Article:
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Desalination becomes more viable in California as costs drop

February 20, 2014
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<photocredit>Irina Belousa/iStockphoto/Thinkstock</photocredit>

In an attempt to deal with the severe drought it has been experiencing, California is turning to desalination projects and is allocating millions of dollars to develop technologies that can turn ocean water into potable water.

According to NBC News, the state is getting ready for what could end up being a long-term drought. Using saltwater seems to be the best option for water companies to meet the needs of their consumers but desalination is a costly technology. So far, various cities in California have invested more than $1 billion in such projects and further investment is expected in the near future.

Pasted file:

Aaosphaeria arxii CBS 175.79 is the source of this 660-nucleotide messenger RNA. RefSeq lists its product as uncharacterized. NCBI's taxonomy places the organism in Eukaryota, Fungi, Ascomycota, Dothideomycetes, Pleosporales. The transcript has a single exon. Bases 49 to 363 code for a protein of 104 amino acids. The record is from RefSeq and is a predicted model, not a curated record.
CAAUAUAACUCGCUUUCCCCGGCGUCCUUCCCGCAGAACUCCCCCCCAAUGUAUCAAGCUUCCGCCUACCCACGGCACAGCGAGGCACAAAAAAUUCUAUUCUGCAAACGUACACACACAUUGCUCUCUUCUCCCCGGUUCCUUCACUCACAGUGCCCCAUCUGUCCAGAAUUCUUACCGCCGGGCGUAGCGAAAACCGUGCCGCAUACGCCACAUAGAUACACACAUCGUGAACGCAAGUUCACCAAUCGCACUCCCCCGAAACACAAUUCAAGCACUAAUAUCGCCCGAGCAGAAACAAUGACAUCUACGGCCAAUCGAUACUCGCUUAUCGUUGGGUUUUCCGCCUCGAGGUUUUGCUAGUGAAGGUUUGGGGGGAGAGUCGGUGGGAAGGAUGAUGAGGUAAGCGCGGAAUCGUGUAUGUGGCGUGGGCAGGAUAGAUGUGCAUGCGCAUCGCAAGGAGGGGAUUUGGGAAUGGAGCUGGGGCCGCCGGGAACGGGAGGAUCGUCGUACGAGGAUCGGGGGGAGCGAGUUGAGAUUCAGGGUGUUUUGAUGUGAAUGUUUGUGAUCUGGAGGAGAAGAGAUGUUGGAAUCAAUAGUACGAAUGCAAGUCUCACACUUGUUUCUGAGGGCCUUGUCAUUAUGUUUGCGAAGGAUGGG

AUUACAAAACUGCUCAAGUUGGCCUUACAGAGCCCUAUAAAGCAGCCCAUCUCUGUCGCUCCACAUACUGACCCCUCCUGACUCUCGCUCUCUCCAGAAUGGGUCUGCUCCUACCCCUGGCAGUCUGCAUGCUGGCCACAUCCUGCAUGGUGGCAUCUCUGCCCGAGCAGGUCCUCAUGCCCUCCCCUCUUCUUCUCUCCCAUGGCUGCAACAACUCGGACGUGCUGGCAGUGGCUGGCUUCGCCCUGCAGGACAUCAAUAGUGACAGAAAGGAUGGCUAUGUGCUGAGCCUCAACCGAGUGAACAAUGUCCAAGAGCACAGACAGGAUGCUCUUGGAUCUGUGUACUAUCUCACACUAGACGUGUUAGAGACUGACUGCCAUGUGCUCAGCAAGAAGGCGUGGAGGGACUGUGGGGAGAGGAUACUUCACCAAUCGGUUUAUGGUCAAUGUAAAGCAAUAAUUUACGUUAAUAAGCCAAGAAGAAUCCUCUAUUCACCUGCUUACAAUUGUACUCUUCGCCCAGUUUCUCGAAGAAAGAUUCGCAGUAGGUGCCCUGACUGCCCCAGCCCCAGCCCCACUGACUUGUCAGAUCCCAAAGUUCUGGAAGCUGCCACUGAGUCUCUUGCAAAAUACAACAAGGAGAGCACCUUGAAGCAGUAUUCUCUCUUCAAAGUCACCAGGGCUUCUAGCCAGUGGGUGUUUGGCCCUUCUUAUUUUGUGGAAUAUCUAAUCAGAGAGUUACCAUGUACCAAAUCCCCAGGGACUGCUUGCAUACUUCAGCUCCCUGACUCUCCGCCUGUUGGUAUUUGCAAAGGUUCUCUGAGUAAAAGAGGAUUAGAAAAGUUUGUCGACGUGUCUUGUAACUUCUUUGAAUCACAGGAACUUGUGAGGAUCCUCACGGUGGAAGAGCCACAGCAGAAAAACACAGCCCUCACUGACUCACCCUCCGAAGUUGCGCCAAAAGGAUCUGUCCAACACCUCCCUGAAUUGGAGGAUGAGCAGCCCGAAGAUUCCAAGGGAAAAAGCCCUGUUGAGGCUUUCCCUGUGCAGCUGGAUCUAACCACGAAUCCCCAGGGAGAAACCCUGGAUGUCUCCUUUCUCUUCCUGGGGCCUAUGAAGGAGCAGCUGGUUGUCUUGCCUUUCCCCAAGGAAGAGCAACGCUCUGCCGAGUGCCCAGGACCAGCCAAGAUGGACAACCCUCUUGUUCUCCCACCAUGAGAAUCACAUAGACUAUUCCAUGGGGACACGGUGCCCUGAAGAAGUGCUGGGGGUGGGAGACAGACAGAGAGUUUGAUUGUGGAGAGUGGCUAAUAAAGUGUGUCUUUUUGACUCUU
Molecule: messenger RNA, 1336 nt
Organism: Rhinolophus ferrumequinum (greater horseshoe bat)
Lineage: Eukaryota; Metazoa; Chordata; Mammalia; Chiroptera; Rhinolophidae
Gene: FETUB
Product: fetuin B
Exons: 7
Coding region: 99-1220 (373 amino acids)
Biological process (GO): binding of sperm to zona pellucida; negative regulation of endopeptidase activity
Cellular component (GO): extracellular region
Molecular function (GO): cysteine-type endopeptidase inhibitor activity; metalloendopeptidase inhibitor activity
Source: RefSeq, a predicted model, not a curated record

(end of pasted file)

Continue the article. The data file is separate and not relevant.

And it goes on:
RELATED: Scientists develop desalination method that also purifies water

The alternative is to import water from other states but this is neither easier nor cheaper in the long run. Prices of imported water are likely to go up, and California needs major infrastructural improvements to allow water to flow from other areas, said Heather Cooley, co-director of the water program at environmental think tank The Pacific Institute.

As technology develops, and with technological advances made recently in membrane materials and energy recovery systems, desalination costs keep on falling. Thanks to science, desalination is becoming more and more affordable and appealing to locations that hardly have any other option, NBC News explained.

At the moment there are desalination plants under construction at various sites in Los Angeles and San Diego and the huge Carlsbad desalination plant is set to become operational in 2016.

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